The flow of energy, material, and organisms across ecosystems, most commonly referred to as allochthonous inputs or spatial subsidies, is ubiquitous (Polis, Anderson & Holt 1997; Loreau, Mouquet & Holt 2003). Theory and experiments that incorporate spatial flows can be complex but offer new insights into the relationship between biodiversity and ecosystem functioning. For example, McCann, Rasmussen, & Umbanhowar (2005) provided empirical data and theoretical analysis to demonstrate that mobile predators can couple distinct patches and stabilize complex ecosystems. Similarly, Nakano & Murakami (2001) demonstrated a strong reliance of aquatic (i.e. fish) and terrestrial (i.e. birds) consumers on subsidies during different times of the year. O’Connor & Bruno (2009) found limited differences between the experiments that allowed prey dispersal and the one that did not. In the field experiments, prey were able to disperse to and from the regional species pool; therefore, we would expect dampened effects of caged predators because of quick replacement of lost prey within the inclusion cages.

A thorough understanding of who eats whom, who affects whom in other ways, and the dispersal abilities of different species is critical to predicting the effects of diversity in natural ecosystems, particularly for the top of the food chain where indirect effects are common (Fig. 1). O’Connor & Bruno (2009) is part of a group of biodiversity and ecosystem functioning studies that have manipulated predator diversity. Results from these studies demonstrate that multiple predators may have null, additive, antagonistic, or synergistic effects on prey assemblages (Cardinale et al. 2006; Duffy et al. 2007; Bruno & Cardinale 2008). The habitat domain of predator and prey (i.e. spatial movement) and hunting mode of the predator interact to shape the outcome of multiple-predator effects in ecosystems (Schmitz 2007). O’Connor & Bruno's (2009) experiments are limited because they artificially reduced the habitat domain of the predators by preventing predator dispersal. Experiments with spatially constrained designs, such as small enclosures, may facilitate antagonistic effects between predators because predators in constrained habitats may hunt each other (Schmitz 2007). Predator dispersal may create spatial heterogeneity in predator–prey dynamics because predators will be able to actively select areas with preferred food and abandon areas with undesirable food (France & Duffy 2006). This will also enable intraguild prey to find spatial refuges. Densities of prey in these refuge areas may decrease as a result of increased predation pressure (e.g. Schmitz 2003). Natural ecosystems are open to spatial flows at all trophic levels, therefore, future experiments should explicitly test for the effects of predator mobility on prey assemblages. To incorporate predator mobility effectively, the spatial extent of biodiversity and ecosystem functioning experiments will likely have to increase to accommodate the larger foraging spectrum of most predators.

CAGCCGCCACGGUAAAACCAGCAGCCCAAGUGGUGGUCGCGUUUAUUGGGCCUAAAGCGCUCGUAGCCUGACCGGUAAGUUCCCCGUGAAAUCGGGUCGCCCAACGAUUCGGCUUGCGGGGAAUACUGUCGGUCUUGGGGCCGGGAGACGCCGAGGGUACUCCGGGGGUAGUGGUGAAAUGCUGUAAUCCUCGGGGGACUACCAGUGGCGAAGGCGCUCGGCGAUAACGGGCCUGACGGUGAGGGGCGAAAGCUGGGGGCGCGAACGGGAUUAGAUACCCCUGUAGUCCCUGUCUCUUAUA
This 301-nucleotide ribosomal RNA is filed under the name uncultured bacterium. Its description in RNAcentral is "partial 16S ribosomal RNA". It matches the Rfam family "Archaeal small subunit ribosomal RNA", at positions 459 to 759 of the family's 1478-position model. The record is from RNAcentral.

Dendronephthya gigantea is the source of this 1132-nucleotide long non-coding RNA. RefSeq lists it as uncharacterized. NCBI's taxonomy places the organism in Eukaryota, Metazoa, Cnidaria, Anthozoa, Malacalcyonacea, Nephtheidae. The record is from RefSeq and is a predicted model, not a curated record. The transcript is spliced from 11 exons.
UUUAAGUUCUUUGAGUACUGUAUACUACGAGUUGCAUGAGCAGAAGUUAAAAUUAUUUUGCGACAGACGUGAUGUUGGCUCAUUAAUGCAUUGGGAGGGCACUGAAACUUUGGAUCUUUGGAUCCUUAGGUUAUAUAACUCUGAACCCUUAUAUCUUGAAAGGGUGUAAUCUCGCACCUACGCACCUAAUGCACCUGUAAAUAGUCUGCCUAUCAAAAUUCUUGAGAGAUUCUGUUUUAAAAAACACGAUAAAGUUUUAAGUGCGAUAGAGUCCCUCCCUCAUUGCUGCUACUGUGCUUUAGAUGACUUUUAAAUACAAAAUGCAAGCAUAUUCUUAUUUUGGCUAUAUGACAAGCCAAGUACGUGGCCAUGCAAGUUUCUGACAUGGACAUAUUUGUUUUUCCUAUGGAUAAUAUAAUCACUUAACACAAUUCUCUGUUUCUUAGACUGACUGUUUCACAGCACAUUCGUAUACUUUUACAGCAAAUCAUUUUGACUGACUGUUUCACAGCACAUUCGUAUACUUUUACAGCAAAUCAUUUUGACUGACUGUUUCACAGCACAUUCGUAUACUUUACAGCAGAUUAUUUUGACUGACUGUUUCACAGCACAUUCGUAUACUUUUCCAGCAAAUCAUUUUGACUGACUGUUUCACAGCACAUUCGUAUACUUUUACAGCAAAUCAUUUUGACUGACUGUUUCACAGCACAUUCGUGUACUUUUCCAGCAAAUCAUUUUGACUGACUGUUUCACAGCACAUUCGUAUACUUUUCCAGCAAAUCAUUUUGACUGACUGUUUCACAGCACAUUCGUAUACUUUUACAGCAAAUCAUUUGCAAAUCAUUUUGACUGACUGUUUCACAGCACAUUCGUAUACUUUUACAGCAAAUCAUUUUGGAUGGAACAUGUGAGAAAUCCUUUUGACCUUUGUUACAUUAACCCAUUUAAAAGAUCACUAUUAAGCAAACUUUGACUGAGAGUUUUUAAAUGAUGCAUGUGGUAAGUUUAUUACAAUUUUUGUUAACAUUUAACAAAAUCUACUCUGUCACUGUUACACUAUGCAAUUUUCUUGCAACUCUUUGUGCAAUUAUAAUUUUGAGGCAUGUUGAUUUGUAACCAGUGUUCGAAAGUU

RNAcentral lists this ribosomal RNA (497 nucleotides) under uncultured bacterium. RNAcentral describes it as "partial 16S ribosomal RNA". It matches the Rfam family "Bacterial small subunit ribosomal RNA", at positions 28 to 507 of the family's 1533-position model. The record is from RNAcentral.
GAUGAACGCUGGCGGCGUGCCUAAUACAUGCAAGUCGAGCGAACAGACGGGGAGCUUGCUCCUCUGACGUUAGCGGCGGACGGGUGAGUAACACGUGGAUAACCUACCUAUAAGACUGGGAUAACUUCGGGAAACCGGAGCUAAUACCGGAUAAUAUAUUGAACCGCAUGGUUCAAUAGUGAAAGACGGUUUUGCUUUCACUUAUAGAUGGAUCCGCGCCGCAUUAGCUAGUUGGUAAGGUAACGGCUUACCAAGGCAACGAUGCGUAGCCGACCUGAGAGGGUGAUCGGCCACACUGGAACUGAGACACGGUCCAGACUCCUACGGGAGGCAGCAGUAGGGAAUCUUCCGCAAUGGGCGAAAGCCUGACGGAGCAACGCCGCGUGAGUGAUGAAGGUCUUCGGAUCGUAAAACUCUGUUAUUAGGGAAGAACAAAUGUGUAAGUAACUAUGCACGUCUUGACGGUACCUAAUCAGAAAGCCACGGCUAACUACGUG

Diverse predator assemblages are becoming increasingly rare both on land and at sea. Biodiversity loss at the top of food chains can have strong cascading effects but we still have a rudimentary understanding of these effects in diverse, spatially extended ecosystems. Future studies on the effects of predator diversity in ecosystems should simultaneously consider non-additive and nontrophic interactions and spatial effects of predators in addition to their direct trophic effects through local prey consumption. Schmitz (2007) provides a theoretical framework for incorporating multiple-predator effects in biodiversity and ecosystem functioning experiments. A more thorough understanding of the multiple effects of predator in ecosystems is required to inform conservation and management of biodiversity in our rapidly changing world.


We thank C. Bradhaw, P. Casula, and one anonymous reviewer for constructive suggestions and K. Turgeon for the cover photo. Both authors were supported by the Natural Sciences and Engineering Research Council of Canada and the Quebec Nature and Technologies Research Fund.